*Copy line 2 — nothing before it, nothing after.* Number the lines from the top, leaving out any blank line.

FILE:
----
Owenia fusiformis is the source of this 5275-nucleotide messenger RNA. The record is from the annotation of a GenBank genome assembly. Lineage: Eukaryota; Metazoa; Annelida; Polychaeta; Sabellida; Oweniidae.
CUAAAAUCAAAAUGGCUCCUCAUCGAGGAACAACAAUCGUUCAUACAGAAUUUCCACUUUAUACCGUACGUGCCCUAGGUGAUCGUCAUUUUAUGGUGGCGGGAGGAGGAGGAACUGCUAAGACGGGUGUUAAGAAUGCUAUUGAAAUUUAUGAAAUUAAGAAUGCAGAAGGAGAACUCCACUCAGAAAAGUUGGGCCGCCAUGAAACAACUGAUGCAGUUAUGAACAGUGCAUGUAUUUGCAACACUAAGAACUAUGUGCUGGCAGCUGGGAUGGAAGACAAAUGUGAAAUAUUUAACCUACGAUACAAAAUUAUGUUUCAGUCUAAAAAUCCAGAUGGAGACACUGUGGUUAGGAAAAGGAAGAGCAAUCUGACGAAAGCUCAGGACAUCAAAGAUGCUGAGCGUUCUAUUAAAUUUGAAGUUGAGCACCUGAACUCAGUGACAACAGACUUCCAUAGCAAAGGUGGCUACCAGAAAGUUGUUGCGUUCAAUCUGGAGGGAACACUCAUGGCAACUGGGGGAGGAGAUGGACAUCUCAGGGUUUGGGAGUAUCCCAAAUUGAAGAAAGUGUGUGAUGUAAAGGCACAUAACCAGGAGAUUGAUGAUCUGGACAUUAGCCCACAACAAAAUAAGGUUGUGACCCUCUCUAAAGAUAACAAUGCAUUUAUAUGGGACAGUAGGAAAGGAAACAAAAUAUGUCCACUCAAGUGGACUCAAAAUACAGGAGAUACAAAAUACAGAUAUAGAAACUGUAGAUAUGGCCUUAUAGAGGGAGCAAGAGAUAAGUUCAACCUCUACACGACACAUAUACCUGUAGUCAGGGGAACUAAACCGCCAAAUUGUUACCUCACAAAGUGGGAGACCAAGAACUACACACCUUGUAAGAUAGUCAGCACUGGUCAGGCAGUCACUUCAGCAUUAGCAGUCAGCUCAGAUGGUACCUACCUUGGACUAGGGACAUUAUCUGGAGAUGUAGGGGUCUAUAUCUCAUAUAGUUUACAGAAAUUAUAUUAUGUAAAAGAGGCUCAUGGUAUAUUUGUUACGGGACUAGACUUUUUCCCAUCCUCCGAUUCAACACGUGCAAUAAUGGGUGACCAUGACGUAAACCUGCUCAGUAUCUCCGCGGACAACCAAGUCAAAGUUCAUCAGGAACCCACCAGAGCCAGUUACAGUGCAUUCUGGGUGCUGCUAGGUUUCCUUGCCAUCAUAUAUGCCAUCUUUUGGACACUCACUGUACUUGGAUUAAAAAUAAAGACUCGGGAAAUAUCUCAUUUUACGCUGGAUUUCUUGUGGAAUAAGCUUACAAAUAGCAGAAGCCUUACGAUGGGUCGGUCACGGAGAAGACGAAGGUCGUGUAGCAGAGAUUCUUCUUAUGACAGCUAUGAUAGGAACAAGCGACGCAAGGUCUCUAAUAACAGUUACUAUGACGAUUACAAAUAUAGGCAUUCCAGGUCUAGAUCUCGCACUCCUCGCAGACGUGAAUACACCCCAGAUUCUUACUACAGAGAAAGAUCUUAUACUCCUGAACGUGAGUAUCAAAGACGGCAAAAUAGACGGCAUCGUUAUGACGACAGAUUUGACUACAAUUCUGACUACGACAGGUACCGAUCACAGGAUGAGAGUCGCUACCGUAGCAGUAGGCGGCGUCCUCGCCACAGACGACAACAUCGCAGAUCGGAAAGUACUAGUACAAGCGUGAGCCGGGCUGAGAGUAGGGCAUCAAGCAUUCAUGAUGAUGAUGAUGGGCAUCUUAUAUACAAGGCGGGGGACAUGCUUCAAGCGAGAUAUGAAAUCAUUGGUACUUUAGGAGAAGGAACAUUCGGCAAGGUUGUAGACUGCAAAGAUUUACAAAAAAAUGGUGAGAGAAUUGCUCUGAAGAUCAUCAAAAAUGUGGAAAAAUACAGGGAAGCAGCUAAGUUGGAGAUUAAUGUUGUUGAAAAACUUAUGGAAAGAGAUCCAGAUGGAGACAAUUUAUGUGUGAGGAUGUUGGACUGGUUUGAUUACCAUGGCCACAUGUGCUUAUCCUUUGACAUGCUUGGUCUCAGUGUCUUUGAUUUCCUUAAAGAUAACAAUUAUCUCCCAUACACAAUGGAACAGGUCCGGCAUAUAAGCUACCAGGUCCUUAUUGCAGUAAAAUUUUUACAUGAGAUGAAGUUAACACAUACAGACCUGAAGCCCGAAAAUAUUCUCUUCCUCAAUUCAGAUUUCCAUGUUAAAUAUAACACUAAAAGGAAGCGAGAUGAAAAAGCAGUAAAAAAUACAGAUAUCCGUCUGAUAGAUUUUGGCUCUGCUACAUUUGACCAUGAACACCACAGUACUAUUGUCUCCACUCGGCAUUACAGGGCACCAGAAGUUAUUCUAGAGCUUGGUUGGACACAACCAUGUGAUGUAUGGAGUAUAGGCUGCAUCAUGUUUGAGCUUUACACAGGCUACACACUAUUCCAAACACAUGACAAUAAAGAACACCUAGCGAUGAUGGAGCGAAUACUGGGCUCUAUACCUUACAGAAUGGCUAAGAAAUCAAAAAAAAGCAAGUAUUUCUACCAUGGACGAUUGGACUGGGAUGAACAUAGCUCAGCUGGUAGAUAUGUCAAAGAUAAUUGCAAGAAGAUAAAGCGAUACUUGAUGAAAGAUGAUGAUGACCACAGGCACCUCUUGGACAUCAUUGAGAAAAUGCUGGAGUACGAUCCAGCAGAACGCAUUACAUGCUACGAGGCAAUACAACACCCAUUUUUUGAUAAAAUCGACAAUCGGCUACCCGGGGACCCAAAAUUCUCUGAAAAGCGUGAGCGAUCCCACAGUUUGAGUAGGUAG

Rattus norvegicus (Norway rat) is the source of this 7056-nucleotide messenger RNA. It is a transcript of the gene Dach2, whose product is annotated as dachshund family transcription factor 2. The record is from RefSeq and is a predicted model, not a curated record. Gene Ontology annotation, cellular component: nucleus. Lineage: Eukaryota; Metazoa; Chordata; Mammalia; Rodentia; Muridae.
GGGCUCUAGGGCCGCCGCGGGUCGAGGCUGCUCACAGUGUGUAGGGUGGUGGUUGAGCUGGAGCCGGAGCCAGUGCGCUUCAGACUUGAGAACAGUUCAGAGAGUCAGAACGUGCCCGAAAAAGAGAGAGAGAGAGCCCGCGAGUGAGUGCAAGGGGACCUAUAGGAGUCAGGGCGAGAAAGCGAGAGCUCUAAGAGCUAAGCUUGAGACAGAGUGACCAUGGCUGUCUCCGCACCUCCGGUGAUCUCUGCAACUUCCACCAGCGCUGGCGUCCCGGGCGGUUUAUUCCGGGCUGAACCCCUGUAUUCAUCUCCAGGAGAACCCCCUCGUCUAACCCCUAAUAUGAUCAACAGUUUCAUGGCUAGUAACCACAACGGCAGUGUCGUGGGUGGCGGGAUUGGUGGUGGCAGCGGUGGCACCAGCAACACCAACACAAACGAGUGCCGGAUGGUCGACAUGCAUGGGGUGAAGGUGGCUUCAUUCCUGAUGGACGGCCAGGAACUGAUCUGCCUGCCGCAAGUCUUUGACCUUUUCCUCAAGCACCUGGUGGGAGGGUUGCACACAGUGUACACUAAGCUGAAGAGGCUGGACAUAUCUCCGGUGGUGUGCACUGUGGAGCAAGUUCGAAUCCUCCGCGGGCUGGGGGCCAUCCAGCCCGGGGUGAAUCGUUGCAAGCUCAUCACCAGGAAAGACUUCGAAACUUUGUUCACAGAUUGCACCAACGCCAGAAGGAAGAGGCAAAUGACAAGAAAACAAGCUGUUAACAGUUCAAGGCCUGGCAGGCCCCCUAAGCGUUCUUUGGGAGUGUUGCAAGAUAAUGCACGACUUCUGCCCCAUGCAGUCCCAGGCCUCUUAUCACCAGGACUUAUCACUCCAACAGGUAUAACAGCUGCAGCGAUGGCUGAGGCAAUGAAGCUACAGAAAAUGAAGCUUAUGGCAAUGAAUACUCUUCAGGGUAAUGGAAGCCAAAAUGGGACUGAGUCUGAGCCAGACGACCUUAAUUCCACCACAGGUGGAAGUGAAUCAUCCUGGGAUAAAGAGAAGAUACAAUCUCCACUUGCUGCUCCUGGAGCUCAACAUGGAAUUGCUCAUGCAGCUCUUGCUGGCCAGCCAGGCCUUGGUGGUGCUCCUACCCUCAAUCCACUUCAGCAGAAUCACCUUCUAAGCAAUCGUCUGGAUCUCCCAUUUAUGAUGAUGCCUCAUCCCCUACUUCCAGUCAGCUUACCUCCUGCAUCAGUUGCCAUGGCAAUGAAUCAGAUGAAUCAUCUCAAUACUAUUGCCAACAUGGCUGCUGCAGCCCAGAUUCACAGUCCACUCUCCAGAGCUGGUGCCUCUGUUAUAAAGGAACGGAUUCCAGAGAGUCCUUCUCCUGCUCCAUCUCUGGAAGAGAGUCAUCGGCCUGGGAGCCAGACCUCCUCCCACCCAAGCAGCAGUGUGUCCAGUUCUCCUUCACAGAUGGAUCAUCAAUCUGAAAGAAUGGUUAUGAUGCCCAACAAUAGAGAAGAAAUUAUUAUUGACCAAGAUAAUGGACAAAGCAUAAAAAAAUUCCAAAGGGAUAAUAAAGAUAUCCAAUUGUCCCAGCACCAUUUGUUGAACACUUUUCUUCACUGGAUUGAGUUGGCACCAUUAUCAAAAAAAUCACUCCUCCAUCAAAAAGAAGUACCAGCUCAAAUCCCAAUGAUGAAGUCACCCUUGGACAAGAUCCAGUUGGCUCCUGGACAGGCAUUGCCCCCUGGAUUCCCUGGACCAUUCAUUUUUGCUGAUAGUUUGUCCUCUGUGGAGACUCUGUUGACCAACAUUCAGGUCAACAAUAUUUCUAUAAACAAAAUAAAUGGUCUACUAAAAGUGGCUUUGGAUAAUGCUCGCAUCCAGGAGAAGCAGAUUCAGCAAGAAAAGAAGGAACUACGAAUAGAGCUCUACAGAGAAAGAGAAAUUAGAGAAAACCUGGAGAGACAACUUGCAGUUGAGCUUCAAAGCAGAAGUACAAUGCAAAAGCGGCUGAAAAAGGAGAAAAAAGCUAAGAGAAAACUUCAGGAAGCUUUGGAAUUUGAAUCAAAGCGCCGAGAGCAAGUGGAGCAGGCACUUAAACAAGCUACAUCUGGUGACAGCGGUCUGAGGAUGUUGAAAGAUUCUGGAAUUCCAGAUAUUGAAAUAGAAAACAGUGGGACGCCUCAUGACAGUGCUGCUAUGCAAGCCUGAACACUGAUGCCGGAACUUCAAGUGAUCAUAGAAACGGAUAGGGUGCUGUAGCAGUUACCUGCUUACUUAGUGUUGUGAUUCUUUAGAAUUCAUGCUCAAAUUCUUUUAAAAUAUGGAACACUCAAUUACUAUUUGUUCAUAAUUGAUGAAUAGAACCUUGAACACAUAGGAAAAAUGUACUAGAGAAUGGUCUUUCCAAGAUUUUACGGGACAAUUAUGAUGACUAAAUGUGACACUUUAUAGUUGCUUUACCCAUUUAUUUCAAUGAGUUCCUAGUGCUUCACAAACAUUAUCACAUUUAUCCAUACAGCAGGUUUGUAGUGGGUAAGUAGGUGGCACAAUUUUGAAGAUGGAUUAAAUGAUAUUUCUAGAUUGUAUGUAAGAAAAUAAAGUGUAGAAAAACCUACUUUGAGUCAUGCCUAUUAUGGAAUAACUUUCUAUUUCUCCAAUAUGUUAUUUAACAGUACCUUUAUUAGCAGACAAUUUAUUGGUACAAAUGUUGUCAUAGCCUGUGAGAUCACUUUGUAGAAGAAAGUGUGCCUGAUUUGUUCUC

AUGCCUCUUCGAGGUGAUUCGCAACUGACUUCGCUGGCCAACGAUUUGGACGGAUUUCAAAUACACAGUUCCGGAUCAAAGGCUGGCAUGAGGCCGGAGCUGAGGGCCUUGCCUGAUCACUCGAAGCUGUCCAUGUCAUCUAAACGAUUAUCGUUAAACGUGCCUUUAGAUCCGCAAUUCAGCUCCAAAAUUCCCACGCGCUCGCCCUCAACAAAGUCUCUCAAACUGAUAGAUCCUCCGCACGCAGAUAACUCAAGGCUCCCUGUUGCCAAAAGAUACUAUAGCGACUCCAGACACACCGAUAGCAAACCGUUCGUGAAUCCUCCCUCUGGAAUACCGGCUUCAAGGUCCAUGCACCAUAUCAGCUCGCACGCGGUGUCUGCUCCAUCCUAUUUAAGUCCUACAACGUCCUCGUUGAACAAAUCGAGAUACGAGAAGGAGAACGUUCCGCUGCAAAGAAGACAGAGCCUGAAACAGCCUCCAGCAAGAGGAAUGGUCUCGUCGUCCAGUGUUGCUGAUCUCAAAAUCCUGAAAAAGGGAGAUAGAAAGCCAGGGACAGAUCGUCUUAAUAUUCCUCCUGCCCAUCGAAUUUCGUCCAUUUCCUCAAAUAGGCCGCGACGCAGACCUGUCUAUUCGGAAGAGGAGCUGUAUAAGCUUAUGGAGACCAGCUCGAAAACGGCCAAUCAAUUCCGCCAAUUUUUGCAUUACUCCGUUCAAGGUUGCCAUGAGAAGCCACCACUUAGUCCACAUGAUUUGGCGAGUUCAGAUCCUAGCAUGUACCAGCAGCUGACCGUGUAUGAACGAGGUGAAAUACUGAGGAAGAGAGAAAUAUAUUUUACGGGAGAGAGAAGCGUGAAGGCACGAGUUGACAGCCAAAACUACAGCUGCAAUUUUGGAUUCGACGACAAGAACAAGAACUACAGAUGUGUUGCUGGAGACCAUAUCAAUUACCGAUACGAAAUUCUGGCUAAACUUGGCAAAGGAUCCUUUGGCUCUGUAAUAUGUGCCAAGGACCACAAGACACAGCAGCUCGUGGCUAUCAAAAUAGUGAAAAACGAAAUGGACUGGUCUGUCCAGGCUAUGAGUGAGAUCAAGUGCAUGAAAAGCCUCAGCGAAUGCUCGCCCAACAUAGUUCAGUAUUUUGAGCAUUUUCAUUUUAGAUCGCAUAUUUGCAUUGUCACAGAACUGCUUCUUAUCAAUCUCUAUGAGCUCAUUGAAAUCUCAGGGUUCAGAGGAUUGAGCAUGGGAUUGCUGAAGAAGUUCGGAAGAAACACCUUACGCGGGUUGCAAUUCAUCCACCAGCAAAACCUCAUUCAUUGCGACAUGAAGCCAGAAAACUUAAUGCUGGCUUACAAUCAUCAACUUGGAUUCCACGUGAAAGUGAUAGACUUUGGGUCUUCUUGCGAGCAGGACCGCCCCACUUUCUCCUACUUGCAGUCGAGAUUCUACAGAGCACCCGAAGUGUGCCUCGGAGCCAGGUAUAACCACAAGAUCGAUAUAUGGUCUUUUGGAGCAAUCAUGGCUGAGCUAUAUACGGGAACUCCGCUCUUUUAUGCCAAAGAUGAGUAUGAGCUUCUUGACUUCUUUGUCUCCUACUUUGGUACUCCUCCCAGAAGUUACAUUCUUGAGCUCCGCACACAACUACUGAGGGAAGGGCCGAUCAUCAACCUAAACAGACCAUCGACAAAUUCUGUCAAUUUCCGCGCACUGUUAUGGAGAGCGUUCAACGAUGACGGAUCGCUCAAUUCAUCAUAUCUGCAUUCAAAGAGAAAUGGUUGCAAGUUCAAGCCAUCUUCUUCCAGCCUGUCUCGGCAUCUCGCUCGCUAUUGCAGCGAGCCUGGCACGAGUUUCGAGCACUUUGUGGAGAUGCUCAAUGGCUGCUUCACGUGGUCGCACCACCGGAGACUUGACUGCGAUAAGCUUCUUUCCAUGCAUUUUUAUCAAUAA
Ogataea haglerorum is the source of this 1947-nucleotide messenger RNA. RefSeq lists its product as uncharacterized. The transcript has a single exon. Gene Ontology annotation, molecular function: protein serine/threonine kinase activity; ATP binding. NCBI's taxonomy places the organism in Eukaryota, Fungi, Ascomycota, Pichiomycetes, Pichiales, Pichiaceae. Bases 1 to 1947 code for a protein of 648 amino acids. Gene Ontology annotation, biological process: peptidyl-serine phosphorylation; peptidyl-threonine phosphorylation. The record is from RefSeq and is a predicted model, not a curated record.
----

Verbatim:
CUAAAAUCAAAAUGGCUCCUCAUCGAGGAACAACAAUCGUUCAUACAGAAUUUCCACUUUAUACCGUACGUGCCCUAGGUGAUCGUCAUUUUAUGGUGGCGGGAGGAGGAGGAACUGCUAAGACGGGUGUUAAGAAUGCUAUUGAAAUUUAUGAAAUUAAGAAUGCAGAAGGAGAACUCCACUCAGAAAAGUUGGGCCGCCAUGAAACAACUGAUGCAGUUAUGAACAGUGCAUGUAUUUGCAACACUAAGAACUAUGUGCUGGCAGCUGGGAUGGAAGACAAAUGUGAAAUAUUUAACCUACGAUACAAAAUUAUGUUUCAGUCUAAAAAUCCAGAUGGAGACACUGUGGUUAGGAAAAGGAAGAGCAAUCUGACGAAAGCUCAGGACAUCAAAGAUGCUGAGCGUUCUAUUAAAUUUGAAGUUGAGCACCUGAACUCAGUGACAACAGACUUCCAUAGCAAAGGUGGCUACCAGAAAGUUGUUGCGUUCAAUCUGGAGGGAACACUCAUGGCAACUGGGGGAGGAGAUGGACAUCUCAGGGUUUGGGAGUAUCCCAAAUUGAAGAAAGUGUGUGAUGUAAAGGCACAUAACCAGGAGAUUGAUGAUCUGGACAUUAGCCCACAACAAAAUAAGGUUGUGACCCUCUCUAAAGAUAACAAUGCAUUUAUAUGGGACAGUAGGAAAGGAAACAAAAUAUGUCCACUCAAGUGGACUCAAAAUACAGGAGAUACAAAAUACAGAUAUAGAAACUGUAGAUAUGGCCUUAUAGAGGGAGCAAGAGAUAAGUUCAACCUCUACACGACACAUAUACCUGUAGUCAGGGGAACUAAACCGCCAAAUUGUUACCUCACAAAGUGGGAGACCAAGAACUACACACCUUGUAAGAUAGUCAGCACUGGUCAGGCAGUCACUUCAGCAUUAGCAGUCAGCUCAGAUGGUACCUACCUUGGACUAGGGACAUUAUCUGGAGAUGUAGGGGUCUAUAUCUCAUAUAGUUUACAGAAAUUAUAUUAUGUAAAAGAGGCUCAUGGUAUAUUUGUUACGGGACUAGACUUUUUCCCAUCCUCCGAUUCAACACGUGCAAUAAUGGGUGACCAUGACGUAAACCUGCUCAGUAUCUCCGCGGACAACCAAGUCAAAGUUCAUCAGGAACCCACCAGAGCCAGUUACAGUGCAUUCUGGGUGCUGCUAGGUUUCCUUGCCAUCAUAUAUGCCAUCUUUUGGACACUCACUGUACUUGGAUUAAAAAUAAAGACUCGGGAAAUAUCUCAUUUUACGCUGGAUUUCUUGUGGAAUAAGCUUACAAAUAGCAGAAGCCUUACGAUGGGUCGGUCACGGAGAAGACGAAGGUCGUGUAGCAGAGAUUCUUCUUAUGACAGCUAUGAUAGGAACAAGCGACGCAAGGUCUCUAAUAACAGUUACUAUGACGAUUACAAAUAUAGGCAUUCCAGGUCUAGAUCUCGCACUCCUCGCAGACGUGAAUACACCCCAGAUUCUUACUACAGAGAAAGAUCUUAUACUCCUGAACGUGAGUAUCAAAGACGGCAAAAUAGACGGCAUCGUUAUGACGACAGAUUUGACUACAAUUCUGACUACGACAGGUACCGAUCACAGGAUGAGAGUCGCUACCGUAGCAGUAGGCGGCGUCCUCGCCACAGACGACAACAUCGCAGAUCGGAAAGUACUAGUACAAGCGUGAGCCGGGCUGAGAGUAGGGCAUCAAGCAUUCAUGAUGAUGAUGAUGGGCAUCUUAUAUACAAGGCGGGGGACAUGCUUCAAGCGAGAUAUGAAAUCAUUGGUACUUUAGGAGAAGGAACAUUCGGCAAGGUUGUAGACUGCAAAGAUUUACAAAAAAAUGGUGAGAGAAUUGCUCUGAAGAUCAUCAAAAAUGUGGAAAAAUACAGGGAAGCAGCUAAGUUGGAGAUUAAUGUUGUUGAAAAACUUAUGGAAAGAGAUCCAGAUGGAGACAAUUUAUGUGUGAGGAUGUUGGACUGGUUUGAUUACCAUGGCCACAUGUGCUUAUCCUUUGACAUGCUUGGUCUCAGUGUCUUUGAUUUCCUUAAAGAUAACAAUUAUCUCCCAUACACAAUGGAACAGGUCCGGCAUAUAAGCUACCAGGUCCUUAUUGCAGUAAAAUUUUUACAUGAGAUGAAGUUAACACAUACAGACCUGAAGCCCGAAAAUAUUCUCUUCCUCAAUUCAGAUUUCCAUGUUAAAUAUAACACUAAAAGGAAGCGAGAUGAAAAAGCAGUAAAAAAUACAGAUAUCCGUCUGAUAGAUUUUGGCUCUGCUACAUUUGACCAUGAACACCACAGUACUAUUGUCUCCACUCGGCAUUACAGGGCACCAGAAGUUAUUCUAGAGCUUGGUUGGACACAACCAUGUGAUGUAUGGAGUAUAGGCUGCAUCAUGUUUGAGCUUUACACAGGCUACACACUAUUCCAAACACAUGACAAUAAAGAACACCUAGCGAUGAUGGAGCGAAUACUGGGCUCUAUACCUUACAGAAUGGCUAAGAAAUCAAAAAAAAGCAAGUAUUUCUACCAUGGACGAUUGGACUGGGAUGAACAUAGCUCAGCUGGUAGAUAUGUCAAAGAUAAUUGCAAGAAGAUAAAGCGAUACUUGAUGAAAGAUGAUGAUGACCACAGGCACCUCUUGGACAUCAUUGAGAAAAUGCUGGAGUACGAUCCAGCAGAACGCAUUACAUGCUACGAGGCAAUACAACACCCAUUUUUUGAUAAAAUCGACAAUCGGCUACCCGGGGACCCAAAAUUCUCUGAAAAGCGUGAGCGAUCCCACAGUUUGAGUAGGUAG